Arctic warbler split

As a Portuguese birdwatcher, Arctic warbler has been, for a long time, a most wanted bird and one of the rarities that one wishes to tick.
So far there’s only one accepted record in Portugal. In 2009 (September 28) a juvenile was ringed in Santo André lagoon  by Carlos Pacheco and others (see here).

This species winters primarily in Malaysia, Phillipines and Indonesia.

I’m currently in Java, and the opportunity to observe and study Arctic Warblers in the wintering grounds seems irresistible.

But here arises a problem…

Arctic Warbler has now been split into three cryptic species due to differences in genetics.

Extracted from the paper “The Arctic Warbler Phylloscopus borealis– three anciently separated cryptic species revealed”
Extracted from the paper “The Arctic Warbler Phylloscopus borealis– three anciently separated cryptic species revealed”

The split was proposed in 2011 in the following paper: “Alström, P., Saitoh, T., Williams, D., Nishiumi, I., Shigeta, Y., Ueda, K., Irestedt, M., Björklund, M., and Olson, U. (2011). The Arctic Warbler Phylloscopus borealis– three anciently separated cryptic species revealed. Ibis 1532: 395–410”, an abstract of which can be seen here and here.

According to this paper distinguish these three species will be impossible by plumage alone, leaving us with calls and songs as the only safe method of ID.
On February 7, 2015 in Bogor Botanical Garden  a warbler caught the attention.

Plumage and structure seemed to be typical of Arctic warbler, although much greyish in tone than a previous bird seen at the same place, identified as Phylloscopus borealis (photo here). But as we already know plumage is of little use in the field.

Fortunately it was calling and I managed to get this recording:

http://www.xeno-canto.org/212895/embed?simple=1

The double note call seems to indicate Phylloscopus examinandus. Looking at the sonogram we can see two syllables:

Sonograma examinandus

If we compare to the example in the previous paper we can see similarities:

Extracted from the paper “The Arctic Warbler Phylloscopus borealis– three anciently separated cryptic species revealed”
Extracted from the paper “The Arctic Warbler Phylloscopus borealis– three anciently separated cryptic species revealed”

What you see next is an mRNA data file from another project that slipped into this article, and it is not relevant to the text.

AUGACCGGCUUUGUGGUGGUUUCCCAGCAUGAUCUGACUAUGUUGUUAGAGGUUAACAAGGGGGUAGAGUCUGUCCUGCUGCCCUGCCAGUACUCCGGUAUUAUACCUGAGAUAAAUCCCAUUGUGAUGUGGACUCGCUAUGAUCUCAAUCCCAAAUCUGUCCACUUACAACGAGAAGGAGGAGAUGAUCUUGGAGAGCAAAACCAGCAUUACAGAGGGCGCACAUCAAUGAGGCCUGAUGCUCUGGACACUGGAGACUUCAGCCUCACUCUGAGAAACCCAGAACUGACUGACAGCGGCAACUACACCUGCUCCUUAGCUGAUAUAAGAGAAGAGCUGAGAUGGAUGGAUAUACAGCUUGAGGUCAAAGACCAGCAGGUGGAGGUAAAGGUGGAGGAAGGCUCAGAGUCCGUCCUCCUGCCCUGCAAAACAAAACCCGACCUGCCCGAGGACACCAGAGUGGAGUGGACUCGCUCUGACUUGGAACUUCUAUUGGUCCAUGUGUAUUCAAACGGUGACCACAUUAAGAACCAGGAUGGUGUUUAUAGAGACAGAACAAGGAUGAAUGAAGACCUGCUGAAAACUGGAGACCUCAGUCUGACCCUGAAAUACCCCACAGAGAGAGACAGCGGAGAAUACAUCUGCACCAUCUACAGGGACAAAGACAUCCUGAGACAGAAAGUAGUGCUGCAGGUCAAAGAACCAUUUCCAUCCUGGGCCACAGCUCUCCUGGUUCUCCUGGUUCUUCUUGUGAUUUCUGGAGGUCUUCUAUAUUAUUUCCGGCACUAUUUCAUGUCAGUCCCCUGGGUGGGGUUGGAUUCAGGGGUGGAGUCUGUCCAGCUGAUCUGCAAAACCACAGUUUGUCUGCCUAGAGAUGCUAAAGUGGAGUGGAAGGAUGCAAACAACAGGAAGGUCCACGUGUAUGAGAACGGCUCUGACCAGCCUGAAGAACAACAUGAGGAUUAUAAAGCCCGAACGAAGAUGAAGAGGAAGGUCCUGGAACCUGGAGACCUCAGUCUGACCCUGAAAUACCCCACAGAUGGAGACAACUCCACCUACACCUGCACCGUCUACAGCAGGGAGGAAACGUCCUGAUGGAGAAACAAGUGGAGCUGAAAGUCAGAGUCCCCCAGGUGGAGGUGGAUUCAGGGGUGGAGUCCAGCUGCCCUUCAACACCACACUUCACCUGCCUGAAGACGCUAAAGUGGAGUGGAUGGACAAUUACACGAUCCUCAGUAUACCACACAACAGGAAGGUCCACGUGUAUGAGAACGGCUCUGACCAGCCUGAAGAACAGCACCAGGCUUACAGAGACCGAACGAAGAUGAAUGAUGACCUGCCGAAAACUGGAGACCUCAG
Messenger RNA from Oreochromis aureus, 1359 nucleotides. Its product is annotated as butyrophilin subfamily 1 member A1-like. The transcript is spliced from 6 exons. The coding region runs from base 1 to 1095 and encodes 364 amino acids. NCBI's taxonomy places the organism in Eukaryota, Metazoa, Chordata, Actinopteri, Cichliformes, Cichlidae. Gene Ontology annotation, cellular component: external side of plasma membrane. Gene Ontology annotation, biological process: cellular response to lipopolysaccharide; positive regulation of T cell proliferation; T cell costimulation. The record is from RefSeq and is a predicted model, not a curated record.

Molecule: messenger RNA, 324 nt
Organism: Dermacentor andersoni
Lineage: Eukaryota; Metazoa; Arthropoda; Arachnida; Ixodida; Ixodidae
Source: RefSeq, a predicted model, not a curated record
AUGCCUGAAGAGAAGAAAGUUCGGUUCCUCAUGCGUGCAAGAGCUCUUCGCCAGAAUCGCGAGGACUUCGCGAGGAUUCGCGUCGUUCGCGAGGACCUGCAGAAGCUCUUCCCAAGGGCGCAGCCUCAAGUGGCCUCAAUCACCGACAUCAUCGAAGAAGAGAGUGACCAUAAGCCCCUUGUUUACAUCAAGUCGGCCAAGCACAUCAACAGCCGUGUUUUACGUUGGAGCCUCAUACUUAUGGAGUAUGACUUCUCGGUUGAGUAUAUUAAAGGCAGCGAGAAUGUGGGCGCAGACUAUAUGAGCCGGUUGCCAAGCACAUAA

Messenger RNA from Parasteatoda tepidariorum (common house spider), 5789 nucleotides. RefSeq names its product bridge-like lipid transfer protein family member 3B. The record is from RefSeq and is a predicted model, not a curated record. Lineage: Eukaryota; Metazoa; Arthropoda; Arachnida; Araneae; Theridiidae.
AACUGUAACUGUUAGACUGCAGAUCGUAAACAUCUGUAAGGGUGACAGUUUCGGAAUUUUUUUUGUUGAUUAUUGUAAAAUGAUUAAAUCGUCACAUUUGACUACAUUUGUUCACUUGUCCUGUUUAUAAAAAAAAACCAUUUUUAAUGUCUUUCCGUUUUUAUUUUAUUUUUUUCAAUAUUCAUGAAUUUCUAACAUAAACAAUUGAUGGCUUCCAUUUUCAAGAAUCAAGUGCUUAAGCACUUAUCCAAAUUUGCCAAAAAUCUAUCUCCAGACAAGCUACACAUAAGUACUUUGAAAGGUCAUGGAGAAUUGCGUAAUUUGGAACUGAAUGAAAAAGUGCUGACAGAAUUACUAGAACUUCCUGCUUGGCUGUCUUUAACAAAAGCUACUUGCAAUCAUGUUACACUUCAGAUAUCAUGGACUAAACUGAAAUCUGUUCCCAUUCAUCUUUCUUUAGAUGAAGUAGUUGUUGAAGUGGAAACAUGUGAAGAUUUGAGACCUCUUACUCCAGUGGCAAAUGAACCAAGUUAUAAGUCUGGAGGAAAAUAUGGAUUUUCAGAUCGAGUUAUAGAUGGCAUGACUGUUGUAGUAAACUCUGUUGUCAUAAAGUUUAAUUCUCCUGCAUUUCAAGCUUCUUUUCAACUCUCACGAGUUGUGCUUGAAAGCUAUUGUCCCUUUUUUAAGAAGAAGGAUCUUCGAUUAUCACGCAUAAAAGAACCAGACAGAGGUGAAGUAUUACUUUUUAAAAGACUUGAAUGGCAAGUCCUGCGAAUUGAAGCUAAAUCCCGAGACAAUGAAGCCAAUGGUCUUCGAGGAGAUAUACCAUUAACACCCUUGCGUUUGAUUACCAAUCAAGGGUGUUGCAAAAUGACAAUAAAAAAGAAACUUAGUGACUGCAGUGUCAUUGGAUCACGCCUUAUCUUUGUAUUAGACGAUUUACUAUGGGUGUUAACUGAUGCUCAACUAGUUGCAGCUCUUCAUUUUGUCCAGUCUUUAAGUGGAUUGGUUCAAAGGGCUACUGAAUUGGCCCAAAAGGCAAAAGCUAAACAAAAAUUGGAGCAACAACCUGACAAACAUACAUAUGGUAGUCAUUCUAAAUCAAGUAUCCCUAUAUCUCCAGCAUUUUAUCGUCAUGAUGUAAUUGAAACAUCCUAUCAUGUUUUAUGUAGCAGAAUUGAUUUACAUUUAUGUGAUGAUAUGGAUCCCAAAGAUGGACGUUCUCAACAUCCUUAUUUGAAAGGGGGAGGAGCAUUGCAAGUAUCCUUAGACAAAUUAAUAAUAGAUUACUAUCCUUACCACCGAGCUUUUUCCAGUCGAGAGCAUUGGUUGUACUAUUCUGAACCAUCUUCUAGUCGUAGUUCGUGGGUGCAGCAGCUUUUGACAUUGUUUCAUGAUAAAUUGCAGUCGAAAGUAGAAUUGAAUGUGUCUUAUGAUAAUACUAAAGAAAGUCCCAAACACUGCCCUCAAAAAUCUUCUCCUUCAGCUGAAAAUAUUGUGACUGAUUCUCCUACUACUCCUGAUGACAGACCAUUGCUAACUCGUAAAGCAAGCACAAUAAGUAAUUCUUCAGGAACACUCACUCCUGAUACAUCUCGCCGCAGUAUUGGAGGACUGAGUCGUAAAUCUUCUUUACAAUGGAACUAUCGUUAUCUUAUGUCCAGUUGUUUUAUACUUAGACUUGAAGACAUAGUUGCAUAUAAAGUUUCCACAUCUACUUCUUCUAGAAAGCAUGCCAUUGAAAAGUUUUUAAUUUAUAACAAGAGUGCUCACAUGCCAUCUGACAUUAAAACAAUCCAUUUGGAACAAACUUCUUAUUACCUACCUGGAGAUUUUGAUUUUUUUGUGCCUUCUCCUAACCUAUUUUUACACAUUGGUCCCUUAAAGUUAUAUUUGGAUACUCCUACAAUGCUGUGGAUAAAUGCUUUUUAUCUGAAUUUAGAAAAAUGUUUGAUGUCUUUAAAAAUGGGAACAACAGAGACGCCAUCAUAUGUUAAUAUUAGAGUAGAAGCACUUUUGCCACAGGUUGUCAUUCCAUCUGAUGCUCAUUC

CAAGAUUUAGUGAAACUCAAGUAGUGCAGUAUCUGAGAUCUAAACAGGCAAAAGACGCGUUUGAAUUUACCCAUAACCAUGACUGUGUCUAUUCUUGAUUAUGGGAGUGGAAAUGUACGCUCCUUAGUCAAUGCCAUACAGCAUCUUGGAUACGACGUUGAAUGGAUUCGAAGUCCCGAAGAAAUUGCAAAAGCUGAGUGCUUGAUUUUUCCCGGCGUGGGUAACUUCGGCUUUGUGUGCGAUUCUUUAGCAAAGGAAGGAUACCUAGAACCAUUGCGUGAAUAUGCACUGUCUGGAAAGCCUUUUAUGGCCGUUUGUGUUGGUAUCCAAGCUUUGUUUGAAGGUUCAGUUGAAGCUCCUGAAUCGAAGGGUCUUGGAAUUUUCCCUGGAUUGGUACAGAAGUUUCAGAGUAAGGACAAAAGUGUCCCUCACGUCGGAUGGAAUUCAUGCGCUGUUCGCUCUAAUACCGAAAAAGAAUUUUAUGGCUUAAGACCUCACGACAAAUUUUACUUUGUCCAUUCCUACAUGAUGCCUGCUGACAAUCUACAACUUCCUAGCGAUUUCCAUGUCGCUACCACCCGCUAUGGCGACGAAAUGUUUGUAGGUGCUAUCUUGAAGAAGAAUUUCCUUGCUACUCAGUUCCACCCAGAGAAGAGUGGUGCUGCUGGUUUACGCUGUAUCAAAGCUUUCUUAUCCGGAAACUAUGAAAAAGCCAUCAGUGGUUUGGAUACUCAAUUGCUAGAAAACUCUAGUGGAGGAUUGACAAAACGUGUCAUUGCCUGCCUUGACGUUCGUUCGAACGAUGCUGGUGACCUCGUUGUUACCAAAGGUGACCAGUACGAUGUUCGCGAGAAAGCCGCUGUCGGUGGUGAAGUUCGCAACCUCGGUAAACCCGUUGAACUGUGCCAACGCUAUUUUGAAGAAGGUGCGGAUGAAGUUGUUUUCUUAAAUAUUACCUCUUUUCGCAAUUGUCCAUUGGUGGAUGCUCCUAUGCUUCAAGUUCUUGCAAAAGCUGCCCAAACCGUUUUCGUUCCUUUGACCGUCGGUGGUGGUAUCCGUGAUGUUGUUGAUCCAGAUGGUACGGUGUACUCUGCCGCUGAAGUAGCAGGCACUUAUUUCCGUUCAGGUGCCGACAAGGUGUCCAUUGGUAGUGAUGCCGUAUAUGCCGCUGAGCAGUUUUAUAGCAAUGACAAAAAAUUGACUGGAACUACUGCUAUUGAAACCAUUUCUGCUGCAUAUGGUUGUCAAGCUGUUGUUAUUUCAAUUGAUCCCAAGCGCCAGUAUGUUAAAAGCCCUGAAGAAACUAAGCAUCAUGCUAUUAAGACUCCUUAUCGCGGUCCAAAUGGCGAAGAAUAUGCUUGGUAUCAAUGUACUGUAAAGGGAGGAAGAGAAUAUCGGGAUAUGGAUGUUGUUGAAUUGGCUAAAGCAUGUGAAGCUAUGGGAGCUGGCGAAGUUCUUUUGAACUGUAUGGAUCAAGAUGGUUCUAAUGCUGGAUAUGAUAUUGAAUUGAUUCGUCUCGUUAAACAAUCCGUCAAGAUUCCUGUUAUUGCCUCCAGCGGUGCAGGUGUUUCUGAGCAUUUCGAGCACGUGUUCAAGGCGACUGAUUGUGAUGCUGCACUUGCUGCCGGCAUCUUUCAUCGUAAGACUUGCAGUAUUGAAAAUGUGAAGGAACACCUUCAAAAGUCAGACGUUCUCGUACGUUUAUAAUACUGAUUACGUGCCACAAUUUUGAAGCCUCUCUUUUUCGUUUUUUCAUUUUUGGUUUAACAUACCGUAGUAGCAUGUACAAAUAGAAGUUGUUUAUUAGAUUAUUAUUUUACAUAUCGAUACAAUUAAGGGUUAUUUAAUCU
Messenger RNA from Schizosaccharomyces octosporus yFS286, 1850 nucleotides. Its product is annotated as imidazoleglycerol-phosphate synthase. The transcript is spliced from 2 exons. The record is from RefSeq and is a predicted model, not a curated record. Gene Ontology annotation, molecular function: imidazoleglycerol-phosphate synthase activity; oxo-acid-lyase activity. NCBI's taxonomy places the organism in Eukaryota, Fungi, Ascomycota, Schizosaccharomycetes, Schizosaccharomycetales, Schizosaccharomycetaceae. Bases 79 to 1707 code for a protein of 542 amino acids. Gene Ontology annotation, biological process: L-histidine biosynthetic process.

On March 18, 2015 an Arctic warbler Phylloscopus borealis was recorded at the same place. It was much silent than the previous bird. Only calling randomly, a single note call:

http://www.xeno-canto.org/229193/embed?simple=1

The sonogram shows one sillable:

Sonograma borealis18_3

Comparing with the sonogram in the paper we can see the same pattern:

Extracted from the paper “The Arctic Warbler Phylloscopus borealis– three anciently separated cryptic species revealed”
Extracted from the paper “The Arctic Warbler Phylloscopus borealis– three anciently separated cryptic species revealed”

Today I managed to record another Arctic warbler P. borealis, a single note call given when I approached the bird:

http://www.xeno-canto.org/233578/embed?simple=1

The sonogram:

Sonograma borealis30_3

I would like to hear some inputs on these observations, especially on the recording of P. examinandus.

Raptors at Pangrango

Last saturday I went to  Gunung Gede Pangrango National Park with my birding companion, Tri Susanti.

IMG_3917

After a hiking of 3 hours (to many birds to discover!) we reached the Swamp (a forest clearing with head-high grass and a well known place in here).

Soon as we arrived we detect an adult Crested Serpent-eagle Spilornis cheela soaring.

Then displayed in flight (diving followed by an ascent flight with raised wings, beating them for a few seconds in that position, performed a few times).

femeadisplay

We were still talking about this behaviour when a male Javan Hawk-eagle Nisaetus bartelsi (we weren’t able to tell the age of this bird), also started to display above (diving followed by an ascent flight and then gliding, also a few times).

machodispaly2

machodisplay

After that a juvenile male Javan Hawk-eagle was seen interacting with an adult female, disappearing behind the canopy.

young_femaleTo end a Spotted Kestrel Falco moluccensis flew overhead with a small lizard as prey…

moluccensisI know, crappy pictures! Very light sky and impossible to get better… but you get the idea.

(E-bird list here)

Travel Draw Bird…ing!

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